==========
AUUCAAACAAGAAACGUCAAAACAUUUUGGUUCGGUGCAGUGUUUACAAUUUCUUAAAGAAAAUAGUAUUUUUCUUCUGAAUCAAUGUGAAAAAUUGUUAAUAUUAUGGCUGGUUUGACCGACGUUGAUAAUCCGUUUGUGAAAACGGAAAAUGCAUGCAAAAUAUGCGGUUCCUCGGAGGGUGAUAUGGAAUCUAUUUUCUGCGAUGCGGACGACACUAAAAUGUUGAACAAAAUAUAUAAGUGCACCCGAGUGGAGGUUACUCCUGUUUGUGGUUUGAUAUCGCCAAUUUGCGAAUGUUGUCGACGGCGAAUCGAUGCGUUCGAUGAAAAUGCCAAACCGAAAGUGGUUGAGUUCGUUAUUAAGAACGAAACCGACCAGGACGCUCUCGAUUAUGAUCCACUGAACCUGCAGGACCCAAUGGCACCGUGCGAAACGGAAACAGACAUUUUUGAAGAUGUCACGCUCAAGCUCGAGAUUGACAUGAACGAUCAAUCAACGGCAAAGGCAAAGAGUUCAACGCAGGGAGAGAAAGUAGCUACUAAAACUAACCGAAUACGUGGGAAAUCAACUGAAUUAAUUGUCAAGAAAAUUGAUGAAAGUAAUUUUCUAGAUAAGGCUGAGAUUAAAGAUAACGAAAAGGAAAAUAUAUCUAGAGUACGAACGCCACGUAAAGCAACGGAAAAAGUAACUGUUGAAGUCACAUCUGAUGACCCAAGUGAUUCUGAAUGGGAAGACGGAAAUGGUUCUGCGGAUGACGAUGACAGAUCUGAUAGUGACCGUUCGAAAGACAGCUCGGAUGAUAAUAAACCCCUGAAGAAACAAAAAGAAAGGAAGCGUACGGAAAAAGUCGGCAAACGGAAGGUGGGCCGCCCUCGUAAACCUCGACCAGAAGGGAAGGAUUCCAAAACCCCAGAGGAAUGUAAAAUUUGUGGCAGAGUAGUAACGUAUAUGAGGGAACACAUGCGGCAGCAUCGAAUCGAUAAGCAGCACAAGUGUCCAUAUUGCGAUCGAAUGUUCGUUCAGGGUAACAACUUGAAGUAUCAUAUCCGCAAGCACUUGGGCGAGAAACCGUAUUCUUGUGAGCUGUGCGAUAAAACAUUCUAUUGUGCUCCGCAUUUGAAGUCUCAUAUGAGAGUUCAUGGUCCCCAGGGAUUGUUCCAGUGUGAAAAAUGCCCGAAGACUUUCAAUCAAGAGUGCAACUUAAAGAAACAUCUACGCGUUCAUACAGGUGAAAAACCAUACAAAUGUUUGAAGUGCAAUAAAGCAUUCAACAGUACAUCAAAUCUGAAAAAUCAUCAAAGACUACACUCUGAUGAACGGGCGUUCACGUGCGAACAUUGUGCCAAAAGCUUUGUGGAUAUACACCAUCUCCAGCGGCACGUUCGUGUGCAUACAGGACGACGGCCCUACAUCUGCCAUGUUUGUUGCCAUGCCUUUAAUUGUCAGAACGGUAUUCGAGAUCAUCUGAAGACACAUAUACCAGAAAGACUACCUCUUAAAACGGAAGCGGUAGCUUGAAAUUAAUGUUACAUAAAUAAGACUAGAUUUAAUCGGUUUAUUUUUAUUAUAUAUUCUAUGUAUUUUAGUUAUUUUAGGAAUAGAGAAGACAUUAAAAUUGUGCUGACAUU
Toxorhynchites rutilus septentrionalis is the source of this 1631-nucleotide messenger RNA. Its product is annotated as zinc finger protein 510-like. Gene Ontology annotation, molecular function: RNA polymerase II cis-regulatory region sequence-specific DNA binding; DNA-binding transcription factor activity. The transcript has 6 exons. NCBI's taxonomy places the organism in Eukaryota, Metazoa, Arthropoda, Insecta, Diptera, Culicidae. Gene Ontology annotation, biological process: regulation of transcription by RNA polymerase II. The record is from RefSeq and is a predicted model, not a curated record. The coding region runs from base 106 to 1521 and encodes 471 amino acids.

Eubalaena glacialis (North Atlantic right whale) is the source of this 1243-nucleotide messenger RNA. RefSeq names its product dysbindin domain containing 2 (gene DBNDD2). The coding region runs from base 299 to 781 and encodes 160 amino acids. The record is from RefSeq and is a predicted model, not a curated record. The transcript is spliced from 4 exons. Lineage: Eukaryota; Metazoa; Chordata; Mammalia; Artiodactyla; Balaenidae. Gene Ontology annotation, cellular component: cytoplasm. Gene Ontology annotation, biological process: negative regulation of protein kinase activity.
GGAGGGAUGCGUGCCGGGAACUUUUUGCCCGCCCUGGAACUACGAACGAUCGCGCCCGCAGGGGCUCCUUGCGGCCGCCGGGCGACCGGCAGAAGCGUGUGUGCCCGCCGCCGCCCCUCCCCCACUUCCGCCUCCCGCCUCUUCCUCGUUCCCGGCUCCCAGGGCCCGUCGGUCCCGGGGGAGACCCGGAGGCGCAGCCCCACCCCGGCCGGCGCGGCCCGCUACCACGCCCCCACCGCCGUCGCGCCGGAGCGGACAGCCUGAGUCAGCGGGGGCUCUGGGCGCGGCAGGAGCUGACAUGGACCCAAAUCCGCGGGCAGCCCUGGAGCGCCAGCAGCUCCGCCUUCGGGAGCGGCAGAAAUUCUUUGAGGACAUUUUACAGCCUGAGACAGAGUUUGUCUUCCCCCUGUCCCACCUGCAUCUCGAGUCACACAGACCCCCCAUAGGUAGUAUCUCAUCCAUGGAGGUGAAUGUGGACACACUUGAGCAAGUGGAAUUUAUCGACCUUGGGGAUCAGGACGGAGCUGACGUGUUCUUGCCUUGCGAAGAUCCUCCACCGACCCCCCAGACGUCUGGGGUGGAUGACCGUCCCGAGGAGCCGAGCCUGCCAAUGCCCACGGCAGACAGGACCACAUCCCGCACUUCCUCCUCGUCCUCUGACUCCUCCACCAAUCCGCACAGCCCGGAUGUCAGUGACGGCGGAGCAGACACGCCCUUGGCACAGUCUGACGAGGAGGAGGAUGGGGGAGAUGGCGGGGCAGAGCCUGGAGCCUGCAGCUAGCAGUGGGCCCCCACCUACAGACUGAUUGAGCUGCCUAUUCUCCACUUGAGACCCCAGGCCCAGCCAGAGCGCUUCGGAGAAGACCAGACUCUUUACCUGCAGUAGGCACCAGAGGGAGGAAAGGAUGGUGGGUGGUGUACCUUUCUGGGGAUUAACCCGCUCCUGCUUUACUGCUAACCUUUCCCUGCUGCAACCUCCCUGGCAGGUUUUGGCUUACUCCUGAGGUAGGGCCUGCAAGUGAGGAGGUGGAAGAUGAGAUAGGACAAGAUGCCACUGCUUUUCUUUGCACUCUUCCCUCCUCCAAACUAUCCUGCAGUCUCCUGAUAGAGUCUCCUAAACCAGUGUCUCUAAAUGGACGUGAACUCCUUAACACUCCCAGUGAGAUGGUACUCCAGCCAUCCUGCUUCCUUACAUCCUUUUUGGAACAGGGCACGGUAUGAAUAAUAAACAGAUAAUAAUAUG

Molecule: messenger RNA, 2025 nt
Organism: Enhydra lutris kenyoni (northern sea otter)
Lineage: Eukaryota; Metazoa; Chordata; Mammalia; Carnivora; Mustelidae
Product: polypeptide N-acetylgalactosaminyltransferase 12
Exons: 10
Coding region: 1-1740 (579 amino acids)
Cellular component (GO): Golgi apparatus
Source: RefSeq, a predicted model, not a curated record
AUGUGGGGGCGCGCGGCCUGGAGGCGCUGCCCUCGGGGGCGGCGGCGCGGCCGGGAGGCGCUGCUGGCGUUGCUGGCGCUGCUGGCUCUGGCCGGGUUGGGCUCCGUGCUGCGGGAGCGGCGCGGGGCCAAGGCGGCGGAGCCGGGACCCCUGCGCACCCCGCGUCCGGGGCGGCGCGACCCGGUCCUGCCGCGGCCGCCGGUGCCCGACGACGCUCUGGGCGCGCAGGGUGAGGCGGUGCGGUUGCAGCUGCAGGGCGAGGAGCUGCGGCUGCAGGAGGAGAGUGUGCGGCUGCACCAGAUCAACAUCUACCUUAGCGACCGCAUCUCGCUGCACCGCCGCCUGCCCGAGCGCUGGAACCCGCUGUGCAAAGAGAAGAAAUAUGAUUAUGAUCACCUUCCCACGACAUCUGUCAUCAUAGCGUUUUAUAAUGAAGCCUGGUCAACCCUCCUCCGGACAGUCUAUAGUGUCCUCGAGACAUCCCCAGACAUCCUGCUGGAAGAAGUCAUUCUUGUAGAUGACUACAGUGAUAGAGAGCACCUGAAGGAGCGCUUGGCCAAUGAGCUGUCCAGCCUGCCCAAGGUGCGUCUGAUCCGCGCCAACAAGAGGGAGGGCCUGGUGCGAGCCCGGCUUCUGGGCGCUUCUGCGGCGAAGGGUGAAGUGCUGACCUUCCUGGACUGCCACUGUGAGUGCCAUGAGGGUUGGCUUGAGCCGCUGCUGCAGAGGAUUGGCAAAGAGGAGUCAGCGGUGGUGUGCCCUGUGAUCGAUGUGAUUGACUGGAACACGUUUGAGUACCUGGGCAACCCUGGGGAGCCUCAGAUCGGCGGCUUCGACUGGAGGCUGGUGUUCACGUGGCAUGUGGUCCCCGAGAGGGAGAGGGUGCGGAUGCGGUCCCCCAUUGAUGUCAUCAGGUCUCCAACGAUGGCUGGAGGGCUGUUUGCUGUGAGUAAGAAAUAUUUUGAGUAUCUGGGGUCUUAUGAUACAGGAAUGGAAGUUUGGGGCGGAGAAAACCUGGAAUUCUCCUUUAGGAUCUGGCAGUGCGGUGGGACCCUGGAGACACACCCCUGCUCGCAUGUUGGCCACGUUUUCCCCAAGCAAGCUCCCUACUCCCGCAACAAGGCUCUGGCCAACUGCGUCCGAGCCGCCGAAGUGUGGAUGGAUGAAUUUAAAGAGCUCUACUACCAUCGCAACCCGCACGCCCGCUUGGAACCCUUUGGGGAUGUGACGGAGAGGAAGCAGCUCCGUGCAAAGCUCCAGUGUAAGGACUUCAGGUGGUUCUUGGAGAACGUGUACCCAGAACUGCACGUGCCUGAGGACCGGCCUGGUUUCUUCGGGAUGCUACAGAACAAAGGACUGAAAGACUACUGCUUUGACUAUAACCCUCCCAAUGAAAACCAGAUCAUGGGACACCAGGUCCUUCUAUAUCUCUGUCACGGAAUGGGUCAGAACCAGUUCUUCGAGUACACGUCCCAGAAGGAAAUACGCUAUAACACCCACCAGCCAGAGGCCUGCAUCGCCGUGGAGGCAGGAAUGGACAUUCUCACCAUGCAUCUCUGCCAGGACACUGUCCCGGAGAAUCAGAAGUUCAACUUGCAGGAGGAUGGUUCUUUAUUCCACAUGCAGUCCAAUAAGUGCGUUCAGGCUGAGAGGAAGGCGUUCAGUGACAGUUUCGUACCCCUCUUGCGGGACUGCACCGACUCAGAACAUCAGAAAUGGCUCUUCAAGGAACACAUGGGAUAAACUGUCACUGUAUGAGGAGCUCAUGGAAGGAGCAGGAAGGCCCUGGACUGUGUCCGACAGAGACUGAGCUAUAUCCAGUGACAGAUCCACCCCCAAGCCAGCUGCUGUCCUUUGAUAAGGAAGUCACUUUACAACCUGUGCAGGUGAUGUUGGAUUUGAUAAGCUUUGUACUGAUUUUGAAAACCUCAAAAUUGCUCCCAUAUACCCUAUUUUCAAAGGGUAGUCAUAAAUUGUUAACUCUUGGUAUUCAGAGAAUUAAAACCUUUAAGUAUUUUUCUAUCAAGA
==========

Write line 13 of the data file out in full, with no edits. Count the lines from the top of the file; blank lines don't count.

AUGUGGGGGCGCGCGGCCUGGAGGCGCUGCCCUCGGGGGCGGCGGCGCGGCCGGGAGGCGCUGCUGGCGUUGCUGGCGCUGCUGGCUCUGGCCGGGUUGGGCUCCGUGCUGCGGGAGCGGCGCGGGGCCAAGGCGGCGGAGCCGGGACCCCUGCGCACCCCGCGUCCGGGGCGGCGCGACCCGGUCCUGCCGCGGCCGCCGGUGCCCGACGACGCUCUGGGCGCGCAGGGUGAGGCGGUGCGGUUGCAGCUGCAGGGCGAGGAGCUGCGGCUGCAGGAGGAGAGUGUGCGGCUGCACCAGAUCAACAUCUACCUUAGCGACCGCAUCUCGCUGCACCGCCGCCUGCCCGAGCGCUGGAACCCGCUGUGCAAAGAGAAGAAAUAUGAUUAUGAUCACCUUCCCACGACAUCUGUCAUCAUAGCGUUUUAUAAUGAAGCCUGGUCAACCCUCCUCCGGACAGUCUAUAGUGUCCUCGAGACAUCCCCAGACAUCCUGCUGGAAGAAGUCAUUCUUGUAGAUGACUACAGUGAUAGAGAGCACCUGAAGGAGCGCUUGGCCAAUGAGCUGUCCAGCCUGCCCAAGGUGCGUCUGAUCCGCGCCAACAAGAGGGAGGGCCUGGUGCGAGCCCGGCUUCUGGGCGCUUCUGCGGCGAAGGGUGAAGUGCUGACCUUCCUGGACUGCCACUGUGAGUGCCAUGAGGGUUGGCUUGAGCCGCUGCUGCAGAGGAUUGGCAAAGAGGAGUCAGCGGUGGUGUGCCCUGUGAUCGAUGUGAUUGACUGGAACACGUUUGAGUACCUGGGCAACCCUGGGGAGCCUCAGAUCGGCGGCUUCGACUGGAGGCUGGUGUUCACGUGGCAUGUGGUCCCCGAGAGGGAGAGGGUGCGGAUGCGGUCCCCCAUUGAUGUCAUCAGGUCUCCAACGAUGGCUGGAGGGCUGUUUGCUGUGAGUAAGAAAUAUUUUGAGUAUCUGGGGUCUUAUGAUACAGGAAUGGAAGUUUGGGGCGGAGAAAACCUGGAAUUCUCCUUUAGGAUCUGGCAGUGCGGUGGGACCCUGGAGACACACCCCUGCUCGCAUGUUGGCCACGUUUUCCCCAAGCAAGCUCCCUACUCCCGCAACAAGGCUCUGGCCAACUGCGUCCGAGCCGCCGAAGUGUGGAUGGAUGAAUUUAAAGAGCUCUACUACCAUCGCAACCCGCACGCCCGCUUGGAACCCUUUGGGGAUGUGACGGAGAGGAAGCAGCUCCGUGCAAAGCUCCAGUGUAAGGACUUCAGGUGGUUCUUGGAGAACGUGUACCCAGAACUGCACGUGCCUGAGGACCGGCCUGGUUUCUUCGGGAUGCUACAGAACAAAGGACUGAAAGACUACUGCUUUGACUAUAACCCUCCCAAUGAAAACCAGAUCAUGGGACACCAGGUCCUUCUAUAUCUCUGUCACGGAAUGGGUCAGAACCAGUUCUUCGAGUACACGUCCCAGAAGGAAAUACGCUAUAACACCCACCAGCCAGAGGCCUGCAUCGCCGUGGAGGCAGGAAUGGACAUUCUCACCAUGCAUCUCUGCCAGGACACUGUCCCGGAGAAUCAGAAGUUCAACUUGCAGGAGGAUGGUUCUUUAUUCCACAUGCAGUCCAAUAAGUGCGUUCAGGCUGAGAGGAAGGCGUUCAGUGACAGUUUCGUACCCCUCUUGCGGGACUGCACCGACUCAGAACAUCAGAAAUGGCUCUUCAAGGAACACAUGGGAUAAACUGUCACUGUAUGAGGAGCUCAUGGAAGGAGCAGGAAGGCCCUGGACUGUGUCCGACAGAGACUGAGCUAUAUCCAGUGACAGAUCCACCCCCAAGCCAGCUGCUGUCCUUUGAUAAGGAAGUCACUUUACAACCUGUGCAGGUGAUGUUGGAUUUGAUAAGCUUUGUACUGAUUUUGAAAACCUCAAAAUUGCUCCCAUAUACCCUAUUUUCAAAGGGUAGUCAUAAAUUGUUAACUCUUGGUAUUCAGAGAAUUAAAACCUUUAAGUAUUUUUCUAUCAAGA